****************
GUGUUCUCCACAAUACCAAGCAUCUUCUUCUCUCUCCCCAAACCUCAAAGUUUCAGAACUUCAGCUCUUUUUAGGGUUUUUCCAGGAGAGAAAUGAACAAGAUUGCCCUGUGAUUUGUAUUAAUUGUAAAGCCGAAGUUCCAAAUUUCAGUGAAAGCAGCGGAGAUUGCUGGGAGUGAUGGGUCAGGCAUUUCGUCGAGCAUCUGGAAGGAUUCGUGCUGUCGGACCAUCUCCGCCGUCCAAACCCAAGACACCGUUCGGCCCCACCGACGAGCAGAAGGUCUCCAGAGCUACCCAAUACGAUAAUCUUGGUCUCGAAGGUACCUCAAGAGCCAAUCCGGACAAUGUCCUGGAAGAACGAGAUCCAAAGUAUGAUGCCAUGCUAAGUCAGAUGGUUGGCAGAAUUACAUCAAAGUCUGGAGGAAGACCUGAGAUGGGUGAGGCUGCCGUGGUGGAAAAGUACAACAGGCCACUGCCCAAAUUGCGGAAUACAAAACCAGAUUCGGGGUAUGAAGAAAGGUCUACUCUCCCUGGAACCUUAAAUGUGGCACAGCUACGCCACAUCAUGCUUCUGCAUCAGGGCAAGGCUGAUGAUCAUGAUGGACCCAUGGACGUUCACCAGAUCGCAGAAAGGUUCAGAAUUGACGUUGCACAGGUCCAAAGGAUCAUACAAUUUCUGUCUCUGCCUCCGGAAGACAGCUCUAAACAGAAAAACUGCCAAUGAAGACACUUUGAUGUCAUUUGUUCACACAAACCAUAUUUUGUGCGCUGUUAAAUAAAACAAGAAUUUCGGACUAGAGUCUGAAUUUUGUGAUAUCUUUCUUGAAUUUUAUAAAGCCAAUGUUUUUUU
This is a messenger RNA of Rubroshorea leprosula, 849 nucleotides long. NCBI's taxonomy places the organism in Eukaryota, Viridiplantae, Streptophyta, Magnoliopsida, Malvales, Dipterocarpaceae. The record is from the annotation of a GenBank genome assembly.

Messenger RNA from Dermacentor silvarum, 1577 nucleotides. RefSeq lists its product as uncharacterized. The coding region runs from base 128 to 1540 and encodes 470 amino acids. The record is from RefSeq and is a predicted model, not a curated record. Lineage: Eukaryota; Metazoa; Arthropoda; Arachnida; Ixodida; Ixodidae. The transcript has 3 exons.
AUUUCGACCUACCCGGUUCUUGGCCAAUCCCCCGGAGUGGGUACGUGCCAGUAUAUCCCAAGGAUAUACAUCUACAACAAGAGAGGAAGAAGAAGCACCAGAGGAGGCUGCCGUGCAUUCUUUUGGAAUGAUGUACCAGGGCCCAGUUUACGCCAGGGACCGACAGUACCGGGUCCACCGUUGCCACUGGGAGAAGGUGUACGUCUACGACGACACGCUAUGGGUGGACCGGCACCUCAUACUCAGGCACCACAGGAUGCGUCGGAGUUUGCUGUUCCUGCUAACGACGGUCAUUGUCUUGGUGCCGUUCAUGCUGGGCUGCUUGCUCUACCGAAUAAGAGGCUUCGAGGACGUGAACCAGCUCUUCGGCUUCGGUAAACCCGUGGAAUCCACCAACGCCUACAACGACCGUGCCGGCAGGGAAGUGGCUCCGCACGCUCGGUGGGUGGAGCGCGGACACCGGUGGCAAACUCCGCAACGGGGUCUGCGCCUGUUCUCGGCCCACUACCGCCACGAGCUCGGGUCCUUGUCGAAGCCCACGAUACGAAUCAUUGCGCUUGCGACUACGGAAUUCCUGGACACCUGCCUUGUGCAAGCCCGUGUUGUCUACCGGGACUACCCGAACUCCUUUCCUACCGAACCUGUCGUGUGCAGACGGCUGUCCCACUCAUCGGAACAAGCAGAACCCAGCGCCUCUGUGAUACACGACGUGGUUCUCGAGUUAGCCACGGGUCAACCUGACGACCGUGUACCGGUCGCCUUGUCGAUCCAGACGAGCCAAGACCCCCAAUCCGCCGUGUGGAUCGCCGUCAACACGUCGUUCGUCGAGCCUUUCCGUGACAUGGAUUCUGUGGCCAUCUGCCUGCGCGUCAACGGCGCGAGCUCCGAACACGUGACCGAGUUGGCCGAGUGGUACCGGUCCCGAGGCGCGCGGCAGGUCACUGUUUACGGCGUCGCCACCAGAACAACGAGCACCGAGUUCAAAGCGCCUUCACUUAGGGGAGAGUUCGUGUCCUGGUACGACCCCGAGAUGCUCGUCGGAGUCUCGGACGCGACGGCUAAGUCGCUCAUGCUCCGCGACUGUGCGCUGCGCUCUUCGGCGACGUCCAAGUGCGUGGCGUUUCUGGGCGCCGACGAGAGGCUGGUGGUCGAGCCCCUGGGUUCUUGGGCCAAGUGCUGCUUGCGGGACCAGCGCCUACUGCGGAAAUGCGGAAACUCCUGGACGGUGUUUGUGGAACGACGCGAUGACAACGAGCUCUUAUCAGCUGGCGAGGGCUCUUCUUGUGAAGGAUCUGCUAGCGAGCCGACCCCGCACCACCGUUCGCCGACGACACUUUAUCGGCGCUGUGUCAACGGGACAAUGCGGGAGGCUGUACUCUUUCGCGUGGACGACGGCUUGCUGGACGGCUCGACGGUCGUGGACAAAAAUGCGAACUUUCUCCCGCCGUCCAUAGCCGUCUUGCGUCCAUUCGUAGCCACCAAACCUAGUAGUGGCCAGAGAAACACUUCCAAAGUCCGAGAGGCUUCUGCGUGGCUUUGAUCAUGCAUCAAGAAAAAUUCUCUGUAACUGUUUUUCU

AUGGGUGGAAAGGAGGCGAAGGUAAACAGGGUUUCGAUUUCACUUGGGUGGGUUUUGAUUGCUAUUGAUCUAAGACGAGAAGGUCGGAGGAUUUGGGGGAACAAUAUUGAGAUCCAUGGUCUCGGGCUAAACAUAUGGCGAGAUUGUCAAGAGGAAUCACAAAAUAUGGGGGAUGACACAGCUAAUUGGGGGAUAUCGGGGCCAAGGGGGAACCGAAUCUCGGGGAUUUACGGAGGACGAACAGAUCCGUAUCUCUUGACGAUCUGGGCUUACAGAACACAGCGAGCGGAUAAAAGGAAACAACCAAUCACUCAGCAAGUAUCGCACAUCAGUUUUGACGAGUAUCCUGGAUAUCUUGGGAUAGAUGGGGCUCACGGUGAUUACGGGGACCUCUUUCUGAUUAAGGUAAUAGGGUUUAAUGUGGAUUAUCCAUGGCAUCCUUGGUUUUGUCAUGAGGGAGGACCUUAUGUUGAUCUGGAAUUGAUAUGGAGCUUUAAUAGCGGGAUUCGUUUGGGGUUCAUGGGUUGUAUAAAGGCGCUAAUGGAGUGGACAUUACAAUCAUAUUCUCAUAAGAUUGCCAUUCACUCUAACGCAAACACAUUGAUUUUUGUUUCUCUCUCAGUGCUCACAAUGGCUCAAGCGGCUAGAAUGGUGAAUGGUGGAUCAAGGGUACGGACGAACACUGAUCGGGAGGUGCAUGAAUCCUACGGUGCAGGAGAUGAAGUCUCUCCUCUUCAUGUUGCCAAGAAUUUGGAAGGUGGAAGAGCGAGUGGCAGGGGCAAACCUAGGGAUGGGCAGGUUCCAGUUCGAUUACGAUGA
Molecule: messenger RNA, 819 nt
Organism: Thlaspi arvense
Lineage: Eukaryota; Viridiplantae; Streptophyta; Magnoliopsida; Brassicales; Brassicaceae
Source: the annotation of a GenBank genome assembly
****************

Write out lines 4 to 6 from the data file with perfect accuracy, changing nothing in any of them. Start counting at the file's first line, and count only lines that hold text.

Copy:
AUUUCGACCUACCCGGUUCUUGGCCAAUCCCCCGGAGUGGGUACGUGCCAGUAUAUCCCAAGGAUAUACAUCUACAACAAGAGAGGAAGAAGAAGCACCAGAGGAGGCUGCCGUGCAUUCUUUUGGAAUGAUGUACCAGGGCCCAGUUUACGCCAGGGACCGACAGUACCGGGUCCACCGUUGCCACUGGGAGAAGGUGUACGUCUACGACGACACGCUAUGGGUGGACCGGCACCUCAUACUCAGGCACCACAGGAUGCGUCGGAGUUUGCUGUUCCUGCUAACGACGGUCAUUGUCUUGGUGCCGUUCAUGCUGGGCUGCUUGCUCUACCGAAUAAGAGGCUUCGAGGACGUGAACCAGCUCUUCGGCUUCGGUAAACCCGUGGAAUCCACCAACGCCUACAACGACCGUGCCGGCAGGGAAGUGGCUCCGCACGCUCGGUGGGUGGAGCGCGGACACCGGUGGCAAACUCCGCAACGGGGUCUGCGCCUGUUCUCGGCCCACUACCGCCACGAGCUCGGGUCCUUGUCGAAGCCCACGAUACGAAUCAUUGCGCUUGCGACUACGGAAUUCCUGGACACCUGCCUUGUGCAAGCCCGUGUUGUCUACCGGGACUACCCGAACUCCUUUCCUACCGAACCUGUCGUGUGCAGACGGCUGUCCCACUCAUCGGAACAAGCAGAACCCAGCGCCUCUGUGAUACACGACGUGGUUCUCGAGUUAGCCACGGGUCAACCUGACGACCGUGUACCGGUCGCCUUGUCGAUCCAGACGAGCCAAGACCCCCAAUCCGCCGUGUGGAUCGCCGUCAACACGUCGUUCGUCGAGCCUUUCCGUGACAUGGAUUCUGUGGCCAUCUGCCUGCGCGUCAACGGCGCGAGCUCCGAACACGUGACCGAGUUGGCCGAGUGGUACCGGUCCCGAGGCGCGCGGCAGGUCACUGUUUACGGCGUCGCCACCAGAACAACGAGCACCGAGUUCAAAGCGCCUUCACUUAGGGGAGAGUUCGUGUCCUGGUACGACCCCGAGAUGCUCGUCGGAGUCUCGGACGCGACGGCUAAGUCGCUCAUGCUCCGCGACUGUGCGCUGCGCUCUUCGGCGACGUCCAAGUGCGUGGCGUUUCUGGGCGCCGACGAGAGGCUGGUGGUCGAGCCCCUGGGUUCUUGGGCCAAGUGCUGCUUGCGGGACCAGCGCCUACUGCGGAAAUGCGGAAACUCCUGGACGGUGUUUGUGGAACGACGCGAUGACAACGAGCUCUUAUCAGCUGGCGAGGGCUCUUCUUGUGAAGGAUCUGCUAGCGAGCCGACCCCGCACCACCGUUCGCCGACGACACUUUAUCGGCGCUGUGUCAACGGGACAAUGCGGGAGGCUGUACUCUUUCGCGUGGACGACGGCUUGCUGGACGGCUCGACGGUCGUGGACAAAAAUGCGAACUUUCUCCCGCCGUCCAUAGCCGUCUUGCGUCCAUUCGUAGCCACCAAACCUAGUAGUGGCCAGAGAAACACUUCCAAAGUCCGAGAGGCUUCUGCGUGGCUUUGAUCAUGCAUCAAGAAAAAUUCUCUGUAACUGUUUUUCU

AUGGGUGGAAAGGAGGCGAAGGUAAACAGGGUUUCGAUUUCACUUGGGUGGGUUUUGAUUGCUAUUGAUCUAAGACGAGAAGGUCGGAGGAUUUGGGGGAACAAUAUUGAGAUCCAUGGUCUCGGGCUAAACAUAUGGCGAGAUUGUCAAGAGGAAUCACAAAAUAUGGGGGAUGACACAGCUAAUUGGGGGAUAUCGGGGCCAAGGGGGAACCGAAUCUCGGGGAUUUACGGAGGACGAACAGAUCCGUAUCUCUUGACGAUCUGGGCUUACAGAACACAGCGAGCGGAUAAAAGGAAACAACCAAUCACUCAGCAAGUAUCGCACAUCAGUUUUGACGAGUAUCCUGGAUAUCUUGGGAUAGAUGGGGCUCACGGUGAUUACGGGGACCUCUUUCUGAUUAAGGUAAUAGGGUUUAAUGUGGAUUAUCCAUGGCAUCCUUGGUUUUGUCAUGAGGGAGGACCUUAUGUUGAUCUGGAAUUGAUAUGGAGCUUUAAUAGCGGGAUUCGUUUGGGGUUCAUGGGUUGUAUAAAGGCGCUAAUGGAGUGGACAUUACAAUCAUAUUCUCAUAAGAUUGCCAUUCACUCUAACGCAAACACAUUGAUUUUUGUUUCUCUCUCAGUGCUCACAAUGGCUCAAGCGGCUAGAAUGGUGAAUGGUGGAUCAAGGGUACGGACGAACACUGAUCGGGAGGUGCAUGAAUCCUACGGUGCAGGAGAUGAAGUCUCUCCUCUUCAUGUUGCCAAGAAUUUGGAAGGUGGAAGAGCGAGUGGCAGGGGCAAACCUAGGGAUGGGCAGGUUCCAGUUCGAUUACGAUGA
Molecule: messenger RNA, 819 nt